(Sorry if  the reference is obscure — we’ve been watching Sons of Anarchy. Allow me just to say this: Mmhm.

)

The moment a business — or a church –opens its doors to the public, it grants the public the right to come through those doors. The minute you offer a service to that public — including sermons and ceremonies — the public has a right to make use of those services, if their use falls within the same guidelines offered to other people. So if you let a Christian man use your bathroom, you have to let a Muslim man use your bathroom. Or a gay one.

Them’s the breaks. That’s the way America works. I do understand the objection, honestly: there are students that I would much rather throw right the hell out of my classroom, and sometimes it has been because I disagree so strongly with their views — particularly, in my case, religious ones. (Especially some of the self-righteous holier-than-thou pro-life zealots I have been sorry to come across in the last fifteen years of teaching persuasive essays) But I don’t have that right, and I wouldn’t even if I weren’t a public school teacher. You know what I do with those people? I argue with them, when I can; I hate them on the inside — and I treat them like my other students, and I grade them fairly. I gave an A to the guy who argued that white people really were better than blacks or Latinos. Because he wrote a decent essay. No — I think I gave him a B. He didn’t cite sufficient evidence. Probably because he was full of crap.  But it really was a pretty good piece of (disgusting, appalling, and downright distasteful) writing.

Patronizing a place of business is not, in any way, by any stretch of the imagination, an imposition on the proprietor. You are offering money in exchange for goods or services; this is not asking something unreasonable, and it is not an infringement on private space: the business owner invited the public in. But refusing services, for a reason that is based on a personal opinion, most definitely is an imposition, especially if this must be done publicly, by asking the person to leave or refusing to serve them. Someone being gay in your vicinity is not a harmful act, and therefore you have no reason to throw them out of the restaurant.

Therefore, this act is not protecting the freedom of the business owners. It is protecting their opinions. I do not think anyone has the right to have the government protect their opinions, other than keeping someone from wrongfully stealing and profiting from those opinions, through plagiarism or copyright infringement. And I do not believe that a lot of people are going to steal “We don’t serve homos” from some deep-fried pork rind joint in Indianapolis and put it on a T-shirt. The government should protect the right to express those opinions, and any business owner who wants to write a letter to the editor saying that they don’t like homosexuals is welcome to do so. They deserve what they get.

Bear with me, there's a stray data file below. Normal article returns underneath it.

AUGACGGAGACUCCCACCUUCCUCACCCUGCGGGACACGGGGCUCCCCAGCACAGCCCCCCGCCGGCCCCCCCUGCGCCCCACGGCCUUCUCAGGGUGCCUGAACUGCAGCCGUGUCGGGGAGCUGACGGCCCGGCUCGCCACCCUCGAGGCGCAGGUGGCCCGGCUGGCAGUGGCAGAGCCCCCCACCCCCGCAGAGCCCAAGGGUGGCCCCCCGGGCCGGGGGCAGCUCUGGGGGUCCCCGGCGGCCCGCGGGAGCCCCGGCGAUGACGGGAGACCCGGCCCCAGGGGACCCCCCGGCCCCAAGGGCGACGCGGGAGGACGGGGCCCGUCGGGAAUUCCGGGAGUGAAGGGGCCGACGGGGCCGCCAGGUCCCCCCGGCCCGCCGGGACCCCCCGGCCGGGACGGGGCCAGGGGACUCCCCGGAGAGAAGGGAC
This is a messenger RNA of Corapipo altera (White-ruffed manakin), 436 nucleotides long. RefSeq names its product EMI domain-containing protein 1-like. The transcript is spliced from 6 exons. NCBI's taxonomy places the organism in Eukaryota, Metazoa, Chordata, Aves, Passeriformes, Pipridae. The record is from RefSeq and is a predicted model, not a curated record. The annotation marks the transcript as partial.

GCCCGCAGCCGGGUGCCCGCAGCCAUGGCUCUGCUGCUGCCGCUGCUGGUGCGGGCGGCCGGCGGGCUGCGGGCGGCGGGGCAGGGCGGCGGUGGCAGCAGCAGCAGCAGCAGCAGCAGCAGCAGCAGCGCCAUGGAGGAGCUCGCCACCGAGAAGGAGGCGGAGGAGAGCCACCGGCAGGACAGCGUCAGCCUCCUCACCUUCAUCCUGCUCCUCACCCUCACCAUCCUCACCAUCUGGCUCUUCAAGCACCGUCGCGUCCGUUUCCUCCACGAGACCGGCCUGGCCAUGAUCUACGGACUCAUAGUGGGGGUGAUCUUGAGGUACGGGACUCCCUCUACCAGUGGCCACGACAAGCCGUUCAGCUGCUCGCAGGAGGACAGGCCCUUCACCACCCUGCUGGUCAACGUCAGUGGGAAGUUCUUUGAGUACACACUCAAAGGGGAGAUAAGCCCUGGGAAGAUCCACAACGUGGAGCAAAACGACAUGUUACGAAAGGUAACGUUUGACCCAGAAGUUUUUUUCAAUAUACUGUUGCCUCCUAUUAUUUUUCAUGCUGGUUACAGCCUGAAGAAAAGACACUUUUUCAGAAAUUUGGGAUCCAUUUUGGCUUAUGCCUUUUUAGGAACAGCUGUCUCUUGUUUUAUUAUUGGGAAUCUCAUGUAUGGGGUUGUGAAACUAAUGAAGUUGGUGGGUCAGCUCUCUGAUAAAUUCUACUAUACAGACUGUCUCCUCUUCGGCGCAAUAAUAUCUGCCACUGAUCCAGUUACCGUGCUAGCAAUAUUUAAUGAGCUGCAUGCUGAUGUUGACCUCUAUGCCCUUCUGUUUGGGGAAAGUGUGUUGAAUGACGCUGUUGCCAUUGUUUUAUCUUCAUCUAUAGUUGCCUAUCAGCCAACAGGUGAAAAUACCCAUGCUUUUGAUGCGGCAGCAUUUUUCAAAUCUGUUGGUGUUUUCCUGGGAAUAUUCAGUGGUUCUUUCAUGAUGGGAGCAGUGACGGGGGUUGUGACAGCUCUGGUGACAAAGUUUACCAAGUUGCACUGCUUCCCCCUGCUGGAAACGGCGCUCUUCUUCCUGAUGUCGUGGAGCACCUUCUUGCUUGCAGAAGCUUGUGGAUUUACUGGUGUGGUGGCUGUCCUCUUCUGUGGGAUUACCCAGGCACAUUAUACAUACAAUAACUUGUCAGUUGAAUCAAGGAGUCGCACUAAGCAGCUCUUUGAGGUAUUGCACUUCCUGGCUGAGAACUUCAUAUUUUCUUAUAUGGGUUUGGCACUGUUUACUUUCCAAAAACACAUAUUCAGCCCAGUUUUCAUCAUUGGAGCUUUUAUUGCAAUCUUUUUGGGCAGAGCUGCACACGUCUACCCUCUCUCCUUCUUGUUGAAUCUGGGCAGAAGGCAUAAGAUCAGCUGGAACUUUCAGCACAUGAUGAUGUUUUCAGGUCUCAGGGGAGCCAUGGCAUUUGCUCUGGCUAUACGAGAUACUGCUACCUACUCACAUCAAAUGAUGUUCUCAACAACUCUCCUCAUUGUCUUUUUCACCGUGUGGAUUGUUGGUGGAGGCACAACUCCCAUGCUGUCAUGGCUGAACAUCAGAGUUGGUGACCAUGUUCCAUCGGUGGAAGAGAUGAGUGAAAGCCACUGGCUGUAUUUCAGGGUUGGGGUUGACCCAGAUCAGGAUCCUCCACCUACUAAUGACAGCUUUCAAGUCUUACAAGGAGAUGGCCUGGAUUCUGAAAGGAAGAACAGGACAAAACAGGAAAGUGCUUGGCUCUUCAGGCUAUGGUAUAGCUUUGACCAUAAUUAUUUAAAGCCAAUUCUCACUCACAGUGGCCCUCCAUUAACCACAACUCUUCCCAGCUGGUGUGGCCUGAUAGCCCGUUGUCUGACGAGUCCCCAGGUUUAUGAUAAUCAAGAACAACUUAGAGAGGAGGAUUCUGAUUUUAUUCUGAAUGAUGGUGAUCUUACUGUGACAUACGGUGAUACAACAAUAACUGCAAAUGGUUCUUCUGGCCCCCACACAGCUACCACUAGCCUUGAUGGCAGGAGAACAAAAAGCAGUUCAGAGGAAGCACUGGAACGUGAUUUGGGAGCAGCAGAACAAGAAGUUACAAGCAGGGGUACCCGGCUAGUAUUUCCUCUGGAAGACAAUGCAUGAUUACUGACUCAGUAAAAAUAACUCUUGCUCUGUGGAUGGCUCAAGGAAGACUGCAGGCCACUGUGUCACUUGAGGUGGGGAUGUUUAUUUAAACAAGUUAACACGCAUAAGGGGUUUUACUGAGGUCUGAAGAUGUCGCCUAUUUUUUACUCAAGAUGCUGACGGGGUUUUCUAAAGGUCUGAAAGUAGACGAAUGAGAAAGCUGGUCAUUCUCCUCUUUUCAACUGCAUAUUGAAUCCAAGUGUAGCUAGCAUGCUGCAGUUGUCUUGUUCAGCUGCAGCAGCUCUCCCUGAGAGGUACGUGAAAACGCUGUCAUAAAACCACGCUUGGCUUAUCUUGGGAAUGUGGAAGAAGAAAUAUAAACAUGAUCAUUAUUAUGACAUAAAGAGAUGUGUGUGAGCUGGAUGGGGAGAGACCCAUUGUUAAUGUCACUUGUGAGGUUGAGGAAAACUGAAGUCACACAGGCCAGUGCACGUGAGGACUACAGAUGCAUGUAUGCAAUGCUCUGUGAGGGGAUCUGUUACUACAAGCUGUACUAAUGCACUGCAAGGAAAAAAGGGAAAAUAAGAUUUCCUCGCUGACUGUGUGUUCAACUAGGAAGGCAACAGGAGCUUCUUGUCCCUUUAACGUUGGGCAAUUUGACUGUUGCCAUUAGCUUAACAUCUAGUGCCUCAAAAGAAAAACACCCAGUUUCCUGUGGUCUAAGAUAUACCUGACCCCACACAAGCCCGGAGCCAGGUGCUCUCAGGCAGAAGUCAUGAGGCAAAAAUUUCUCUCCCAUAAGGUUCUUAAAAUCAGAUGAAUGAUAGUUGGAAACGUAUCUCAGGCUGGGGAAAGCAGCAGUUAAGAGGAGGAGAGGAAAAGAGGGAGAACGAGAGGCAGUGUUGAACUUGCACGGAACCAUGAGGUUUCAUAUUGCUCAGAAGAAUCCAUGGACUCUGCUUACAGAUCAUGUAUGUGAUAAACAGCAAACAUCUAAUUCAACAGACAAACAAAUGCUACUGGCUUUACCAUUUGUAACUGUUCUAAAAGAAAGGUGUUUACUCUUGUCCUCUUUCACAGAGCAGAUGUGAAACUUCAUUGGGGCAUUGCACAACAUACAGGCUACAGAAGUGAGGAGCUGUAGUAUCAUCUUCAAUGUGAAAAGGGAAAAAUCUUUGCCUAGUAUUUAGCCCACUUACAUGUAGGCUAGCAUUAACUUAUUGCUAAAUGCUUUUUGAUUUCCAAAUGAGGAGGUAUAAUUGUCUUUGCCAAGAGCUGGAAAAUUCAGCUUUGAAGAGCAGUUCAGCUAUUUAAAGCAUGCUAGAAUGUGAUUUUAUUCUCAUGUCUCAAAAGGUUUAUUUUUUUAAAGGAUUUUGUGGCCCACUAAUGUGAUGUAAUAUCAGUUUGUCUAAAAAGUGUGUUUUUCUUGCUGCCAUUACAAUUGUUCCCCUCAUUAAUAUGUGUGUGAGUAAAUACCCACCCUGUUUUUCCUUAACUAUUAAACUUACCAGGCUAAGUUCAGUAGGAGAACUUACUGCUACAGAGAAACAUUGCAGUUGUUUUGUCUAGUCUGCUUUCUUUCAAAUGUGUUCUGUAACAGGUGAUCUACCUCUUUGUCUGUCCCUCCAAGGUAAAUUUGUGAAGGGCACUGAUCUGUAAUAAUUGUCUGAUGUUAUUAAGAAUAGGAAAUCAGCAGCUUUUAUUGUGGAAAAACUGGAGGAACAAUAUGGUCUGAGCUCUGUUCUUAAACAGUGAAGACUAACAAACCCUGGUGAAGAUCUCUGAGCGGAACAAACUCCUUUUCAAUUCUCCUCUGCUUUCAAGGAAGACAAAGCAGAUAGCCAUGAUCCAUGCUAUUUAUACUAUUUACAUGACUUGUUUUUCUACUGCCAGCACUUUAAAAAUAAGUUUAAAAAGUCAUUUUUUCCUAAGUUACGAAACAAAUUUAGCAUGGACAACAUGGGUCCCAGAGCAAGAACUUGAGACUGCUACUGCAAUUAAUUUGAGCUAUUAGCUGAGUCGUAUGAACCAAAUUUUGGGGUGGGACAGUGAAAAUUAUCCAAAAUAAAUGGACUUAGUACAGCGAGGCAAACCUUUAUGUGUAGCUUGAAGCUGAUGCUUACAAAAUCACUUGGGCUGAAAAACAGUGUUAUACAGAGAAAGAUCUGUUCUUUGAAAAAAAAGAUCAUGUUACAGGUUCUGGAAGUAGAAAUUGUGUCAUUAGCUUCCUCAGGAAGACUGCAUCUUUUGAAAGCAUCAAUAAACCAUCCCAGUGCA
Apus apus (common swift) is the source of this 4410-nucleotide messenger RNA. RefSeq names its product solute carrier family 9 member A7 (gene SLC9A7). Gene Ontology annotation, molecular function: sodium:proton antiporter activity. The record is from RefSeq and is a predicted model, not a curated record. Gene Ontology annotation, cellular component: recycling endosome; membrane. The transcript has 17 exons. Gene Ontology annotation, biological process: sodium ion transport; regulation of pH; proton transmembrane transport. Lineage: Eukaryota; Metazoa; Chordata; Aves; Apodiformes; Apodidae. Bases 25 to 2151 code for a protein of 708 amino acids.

They just don’t get to tell people they can’t buy a cup of coffee.

On a final note, let me address this specific piece of the Senator’s statement:

There was a time, not too long ago, when defending religious liberty enjoyed strong bipartisan support. Alas, today we are facing a concerted assault on the First Amendment, on the right of every American to seek out and worship God according to the dictates of his or her conscience.

When, Mr. Cruz? When did defending religious liberty enjoy strong bipartisan support? When has religious liberty ever been threatened — genuinely threatened — in this country? As for the “concerted assault” on the First Amendment, what the hell are you talking about? Concerted by whom? Who is calling the shots, coordinating the efforts, to — what? Force bigots to look homosexuals in the eye and say “You want fries with that?” Allow me to point out that the freedom to “seek out and worship God” is in no way threatened by insisting that people treat others fairly, and with dignity. Not unless you belong to the church of Don’t Sell Gel-Sole Shoe Inserts To Homosexuals.

Which, in this genuinely wonderful country of ours, is totally a church you could found yourself. And you can even become a reverend through the Universal Life Church, and gain tax-exempt status for yourself. No shit.